Traffic fatalities in the European Union dropped 2% last year, but the European Commission says the slight improvement is not good enough.
European Coordinator for Road Safety Matthew Baldwin says it was the second year in a row the number had fallen and while the trend is encouraging, 25,260 people still lost their lives on EU roads.
“It is time we stopped accepting so many deaths,” Baldwin says in a statement.
“We need an active, cooperative, holistic approach amongst all stakeholders to implement what we know needs to be done.”
Baldwin says while European roads are the safest in the world, the downward curve has flattened out in recent years. This is putting pressure on the EC’s target of reaching close to zero fatalities and serious injuries by 2050.
EU data shows about 1 million accidents occur yearly with 1.4 million people injured – or 13,600 a day.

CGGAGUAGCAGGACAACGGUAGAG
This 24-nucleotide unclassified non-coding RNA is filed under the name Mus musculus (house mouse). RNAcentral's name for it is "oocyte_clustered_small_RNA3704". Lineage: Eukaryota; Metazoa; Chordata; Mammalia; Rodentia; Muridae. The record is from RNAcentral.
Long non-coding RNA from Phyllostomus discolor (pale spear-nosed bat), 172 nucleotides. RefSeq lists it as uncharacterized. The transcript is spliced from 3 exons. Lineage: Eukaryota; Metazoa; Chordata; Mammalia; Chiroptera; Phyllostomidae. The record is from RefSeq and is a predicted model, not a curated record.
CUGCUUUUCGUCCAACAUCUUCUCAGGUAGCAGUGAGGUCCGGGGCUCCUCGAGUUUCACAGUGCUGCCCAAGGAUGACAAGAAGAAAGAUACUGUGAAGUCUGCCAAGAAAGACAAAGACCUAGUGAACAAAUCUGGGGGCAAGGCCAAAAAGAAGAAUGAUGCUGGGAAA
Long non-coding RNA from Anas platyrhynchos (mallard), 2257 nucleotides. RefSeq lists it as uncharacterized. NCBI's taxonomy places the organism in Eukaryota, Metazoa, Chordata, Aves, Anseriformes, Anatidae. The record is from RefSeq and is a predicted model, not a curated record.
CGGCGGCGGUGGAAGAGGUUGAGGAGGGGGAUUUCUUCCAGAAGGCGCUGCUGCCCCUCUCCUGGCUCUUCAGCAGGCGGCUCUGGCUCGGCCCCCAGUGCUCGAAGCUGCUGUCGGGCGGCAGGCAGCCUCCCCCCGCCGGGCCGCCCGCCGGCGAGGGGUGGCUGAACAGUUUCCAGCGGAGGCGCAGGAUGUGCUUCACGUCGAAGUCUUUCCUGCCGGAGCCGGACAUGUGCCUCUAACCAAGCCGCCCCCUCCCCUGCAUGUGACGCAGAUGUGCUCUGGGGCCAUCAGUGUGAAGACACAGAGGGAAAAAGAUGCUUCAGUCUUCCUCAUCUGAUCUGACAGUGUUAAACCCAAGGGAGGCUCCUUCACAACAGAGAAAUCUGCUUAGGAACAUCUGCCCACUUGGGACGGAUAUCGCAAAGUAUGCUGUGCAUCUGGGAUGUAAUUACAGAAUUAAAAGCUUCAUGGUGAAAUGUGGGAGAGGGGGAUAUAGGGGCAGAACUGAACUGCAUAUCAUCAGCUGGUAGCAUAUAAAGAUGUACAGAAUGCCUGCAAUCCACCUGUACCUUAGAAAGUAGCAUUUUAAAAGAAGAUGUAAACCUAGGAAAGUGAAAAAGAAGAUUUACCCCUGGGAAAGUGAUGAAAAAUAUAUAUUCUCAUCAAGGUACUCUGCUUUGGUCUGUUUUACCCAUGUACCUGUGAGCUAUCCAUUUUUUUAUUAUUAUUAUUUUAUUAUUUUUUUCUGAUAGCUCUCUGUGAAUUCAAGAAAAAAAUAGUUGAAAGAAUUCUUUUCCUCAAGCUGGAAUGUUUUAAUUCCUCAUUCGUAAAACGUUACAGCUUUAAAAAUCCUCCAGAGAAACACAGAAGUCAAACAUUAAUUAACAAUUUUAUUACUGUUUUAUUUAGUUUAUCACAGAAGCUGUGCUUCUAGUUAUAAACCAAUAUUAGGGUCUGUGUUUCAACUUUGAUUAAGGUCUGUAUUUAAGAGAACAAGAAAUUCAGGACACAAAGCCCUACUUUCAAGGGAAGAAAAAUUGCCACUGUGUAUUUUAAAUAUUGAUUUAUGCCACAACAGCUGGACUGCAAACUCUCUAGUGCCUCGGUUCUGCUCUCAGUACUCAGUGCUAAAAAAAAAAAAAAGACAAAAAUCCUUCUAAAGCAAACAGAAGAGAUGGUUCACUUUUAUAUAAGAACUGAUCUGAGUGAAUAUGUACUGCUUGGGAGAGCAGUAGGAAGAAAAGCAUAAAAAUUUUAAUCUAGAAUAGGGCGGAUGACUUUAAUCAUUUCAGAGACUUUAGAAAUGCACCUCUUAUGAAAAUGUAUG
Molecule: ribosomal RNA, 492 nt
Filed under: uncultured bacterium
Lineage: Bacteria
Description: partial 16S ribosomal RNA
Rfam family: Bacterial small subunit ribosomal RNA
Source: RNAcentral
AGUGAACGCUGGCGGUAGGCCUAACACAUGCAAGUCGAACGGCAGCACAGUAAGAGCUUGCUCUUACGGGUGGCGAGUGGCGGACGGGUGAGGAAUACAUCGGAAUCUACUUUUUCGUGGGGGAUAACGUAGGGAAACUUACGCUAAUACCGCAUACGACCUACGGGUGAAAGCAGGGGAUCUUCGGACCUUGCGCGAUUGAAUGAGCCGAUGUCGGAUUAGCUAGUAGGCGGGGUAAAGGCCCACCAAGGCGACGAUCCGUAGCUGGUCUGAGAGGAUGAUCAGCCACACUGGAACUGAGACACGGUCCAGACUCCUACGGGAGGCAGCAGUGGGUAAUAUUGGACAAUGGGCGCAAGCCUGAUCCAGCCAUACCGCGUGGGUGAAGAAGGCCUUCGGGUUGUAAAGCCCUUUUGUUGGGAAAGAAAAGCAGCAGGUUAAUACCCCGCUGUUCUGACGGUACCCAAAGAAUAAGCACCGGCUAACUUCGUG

For every death on Europe’s roads there are an estimated four permanently disabling injuries, such as damage to the brain or spinal cord, eight serious injuries and 50 minor injuries.
The EC’s road safety program sets out a mix of initiatives, at the European and national level, focusing on improving vehicle safety, the safety of infrastructure and road users’ behavior.
Meantime, the EC is calling for proposals under its €122 million ($139 million) Mobility for Growth program.
The focus is to support research and innovation activities in relation to low-carbon and sustainable transport; automated road transport; electrified vehicles; safe and resilient transport systems; European industrial leadership; and behavioral issues and user needs for mobility solutions.